U.S. Representative David Cicilline (D-RI) offered strong condemnation of the Azerbaijani massacres in Sumgait, Baku and Kirovabad and spoke out in support of the democratic right to self-determination of the people of Artsakh in powerful statements issued in commemoration of these crimes, reported the Armenian National Committee of America (ANCA).
The complete text of the statement by Representative Cicilline is provided below.
“Today we commemorate the 26th Anniversary of the horrific Sumgait Pogroms. On February 27, 1988 organized mobs of Azerbaijanis aimed at killing and driving Armenian Christians living in Sumgait from their homes. Armed with sticks, axes and iron rods, they attacked Armenian men, women and children by breaking into their homes and brutally beating and killing them just because of their ethnicity. Despite Sumgait’s 30 minute proximity to Baku, police allowed the pogroms to go on for 3 days, during which Armenians were burned alive and thrown from windows.
These acts were merely a continuation of the Azerbaijani authorities’ unswerving policy of racism towards Armenians and ethnic cleansing of the Armenian population, with unpunished killings and deportations.
The Sumgait massacre is a black mark on history and sadly, this event sparked further violence as Armenians would be targeted less than 9 months later in Kirovabad and again in Baku in 1990.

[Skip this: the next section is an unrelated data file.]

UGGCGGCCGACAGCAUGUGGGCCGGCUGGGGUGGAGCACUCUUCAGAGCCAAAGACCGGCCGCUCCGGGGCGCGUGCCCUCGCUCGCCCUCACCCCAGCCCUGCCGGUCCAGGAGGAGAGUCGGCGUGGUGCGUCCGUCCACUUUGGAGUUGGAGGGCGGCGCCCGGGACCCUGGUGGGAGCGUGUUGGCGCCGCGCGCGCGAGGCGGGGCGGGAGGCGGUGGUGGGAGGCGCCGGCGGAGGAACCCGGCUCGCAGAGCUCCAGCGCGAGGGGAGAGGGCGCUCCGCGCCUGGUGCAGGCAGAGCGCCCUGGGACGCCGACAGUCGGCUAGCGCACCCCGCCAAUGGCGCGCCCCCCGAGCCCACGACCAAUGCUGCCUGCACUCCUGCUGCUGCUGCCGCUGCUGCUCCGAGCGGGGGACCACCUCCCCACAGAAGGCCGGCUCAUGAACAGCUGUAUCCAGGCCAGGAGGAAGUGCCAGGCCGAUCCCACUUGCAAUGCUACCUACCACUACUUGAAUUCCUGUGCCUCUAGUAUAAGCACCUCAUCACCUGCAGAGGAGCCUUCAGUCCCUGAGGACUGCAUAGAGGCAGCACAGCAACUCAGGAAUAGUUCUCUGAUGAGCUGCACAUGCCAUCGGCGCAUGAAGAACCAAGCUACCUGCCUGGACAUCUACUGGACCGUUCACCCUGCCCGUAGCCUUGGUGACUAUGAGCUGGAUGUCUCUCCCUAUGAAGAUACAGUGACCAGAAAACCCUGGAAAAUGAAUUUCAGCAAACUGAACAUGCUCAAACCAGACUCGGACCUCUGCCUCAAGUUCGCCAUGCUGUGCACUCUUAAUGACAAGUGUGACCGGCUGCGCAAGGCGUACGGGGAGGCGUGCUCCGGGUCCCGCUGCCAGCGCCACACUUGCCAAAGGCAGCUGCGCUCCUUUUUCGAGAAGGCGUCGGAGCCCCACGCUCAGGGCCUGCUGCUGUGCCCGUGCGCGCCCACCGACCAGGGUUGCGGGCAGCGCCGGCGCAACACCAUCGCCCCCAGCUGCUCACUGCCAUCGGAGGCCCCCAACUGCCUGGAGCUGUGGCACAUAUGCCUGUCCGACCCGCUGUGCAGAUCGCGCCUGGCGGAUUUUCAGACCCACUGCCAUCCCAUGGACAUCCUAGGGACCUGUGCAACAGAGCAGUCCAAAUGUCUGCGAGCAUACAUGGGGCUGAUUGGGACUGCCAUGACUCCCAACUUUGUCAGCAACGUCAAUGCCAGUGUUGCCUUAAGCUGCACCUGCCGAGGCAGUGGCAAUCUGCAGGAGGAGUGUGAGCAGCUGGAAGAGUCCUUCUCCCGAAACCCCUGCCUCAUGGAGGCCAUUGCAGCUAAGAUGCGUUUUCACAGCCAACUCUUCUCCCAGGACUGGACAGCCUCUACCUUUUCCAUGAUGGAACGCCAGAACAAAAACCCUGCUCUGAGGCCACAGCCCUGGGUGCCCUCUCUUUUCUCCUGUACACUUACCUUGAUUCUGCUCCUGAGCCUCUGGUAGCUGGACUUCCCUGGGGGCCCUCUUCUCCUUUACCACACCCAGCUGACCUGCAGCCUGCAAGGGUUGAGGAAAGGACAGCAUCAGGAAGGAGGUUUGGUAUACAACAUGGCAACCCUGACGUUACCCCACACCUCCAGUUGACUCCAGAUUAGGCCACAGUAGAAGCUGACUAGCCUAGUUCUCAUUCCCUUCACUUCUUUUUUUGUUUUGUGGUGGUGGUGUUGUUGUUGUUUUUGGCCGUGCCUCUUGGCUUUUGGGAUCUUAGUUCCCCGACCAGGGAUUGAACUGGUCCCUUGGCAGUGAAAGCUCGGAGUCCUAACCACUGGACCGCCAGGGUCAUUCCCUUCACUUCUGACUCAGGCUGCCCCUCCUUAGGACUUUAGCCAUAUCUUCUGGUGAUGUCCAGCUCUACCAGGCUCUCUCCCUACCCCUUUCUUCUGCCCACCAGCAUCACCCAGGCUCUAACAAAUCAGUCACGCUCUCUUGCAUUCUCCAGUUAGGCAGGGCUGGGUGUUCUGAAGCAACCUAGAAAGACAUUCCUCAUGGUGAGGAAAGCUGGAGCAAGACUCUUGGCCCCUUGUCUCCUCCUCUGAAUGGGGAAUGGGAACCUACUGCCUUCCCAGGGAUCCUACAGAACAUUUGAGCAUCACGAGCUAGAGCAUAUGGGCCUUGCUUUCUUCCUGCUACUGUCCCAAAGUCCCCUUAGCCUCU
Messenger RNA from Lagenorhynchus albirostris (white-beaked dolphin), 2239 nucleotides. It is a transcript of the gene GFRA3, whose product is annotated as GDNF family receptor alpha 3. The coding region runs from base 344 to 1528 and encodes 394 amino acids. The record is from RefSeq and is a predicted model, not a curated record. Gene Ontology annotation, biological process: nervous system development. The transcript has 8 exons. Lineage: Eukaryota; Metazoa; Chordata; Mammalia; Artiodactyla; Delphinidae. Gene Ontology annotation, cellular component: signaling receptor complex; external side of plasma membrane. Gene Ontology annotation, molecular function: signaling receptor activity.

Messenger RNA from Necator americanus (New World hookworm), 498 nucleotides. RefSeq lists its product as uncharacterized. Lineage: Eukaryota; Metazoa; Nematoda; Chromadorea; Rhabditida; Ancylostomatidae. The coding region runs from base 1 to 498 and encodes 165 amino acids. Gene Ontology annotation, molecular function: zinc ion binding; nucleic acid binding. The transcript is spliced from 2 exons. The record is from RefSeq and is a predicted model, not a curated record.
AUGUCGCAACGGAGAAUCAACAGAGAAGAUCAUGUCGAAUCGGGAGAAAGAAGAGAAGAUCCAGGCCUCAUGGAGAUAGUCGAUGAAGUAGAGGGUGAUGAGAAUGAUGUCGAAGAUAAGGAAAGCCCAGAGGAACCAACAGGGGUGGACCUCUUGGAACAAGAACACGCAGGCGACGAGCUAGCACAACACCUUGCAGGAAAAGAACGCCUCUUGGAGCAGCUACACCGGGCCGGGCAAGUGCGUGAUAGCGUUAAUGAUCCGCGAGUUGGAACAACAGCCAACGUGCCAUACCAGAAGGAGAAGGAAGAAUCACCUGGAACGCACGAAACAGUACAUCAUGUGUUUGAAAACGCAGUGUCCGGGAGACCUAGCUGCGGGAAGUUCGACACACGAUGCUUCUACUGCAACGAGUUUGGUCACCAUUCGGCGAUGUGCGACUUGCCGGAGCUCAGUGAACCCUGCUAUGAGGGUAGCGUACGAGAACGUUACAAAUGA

The Azerbaijani Government has shamefully continued to undermine prospects for a lasting peace in the Southern Caucasus, recently in 2012, pardoning an Azerbaijani military officer Ramil Safarov who brutally murdered Armenian military officer Gurgen Margaryan during a NATO-sponsored Partnership for Peace exercise in 2004. Safarov confessed and was convicted in Budapest for brutally axing Margaryan while he was sleeping. Safarov never showed remorse for the murder and stated that he wished he had killed more Armenians. Immediately after his pardon Safarov received a promotion in the Azerbaijani military, an apartment, and years of back pay for his time spent in prison.
For more than 20 years, the people of Nagorno Karabakh have fought and died for their independence. From the earliest days of its formation, the Republic’s freely elected governmental bodies have helped build an open democratic society through transparent elections and it is critical that the United States support their independence and autonomy.
As we reflect on these horrific outbreaks of ethnic violence, I join with Armenians in Rhode Island, and across the world in remembering these victims and renewing our commitment to justice, independence and finding lasting peace.
I am proud to say Rhode Island was the first state in our nation to pass a resolution to recognize the Independence of the NagornoKarabakhRepublic and set an example for other legislatures to follow, like Massachusetts, Maine and Louisiana. The time has come for the United States Congress to do the same.”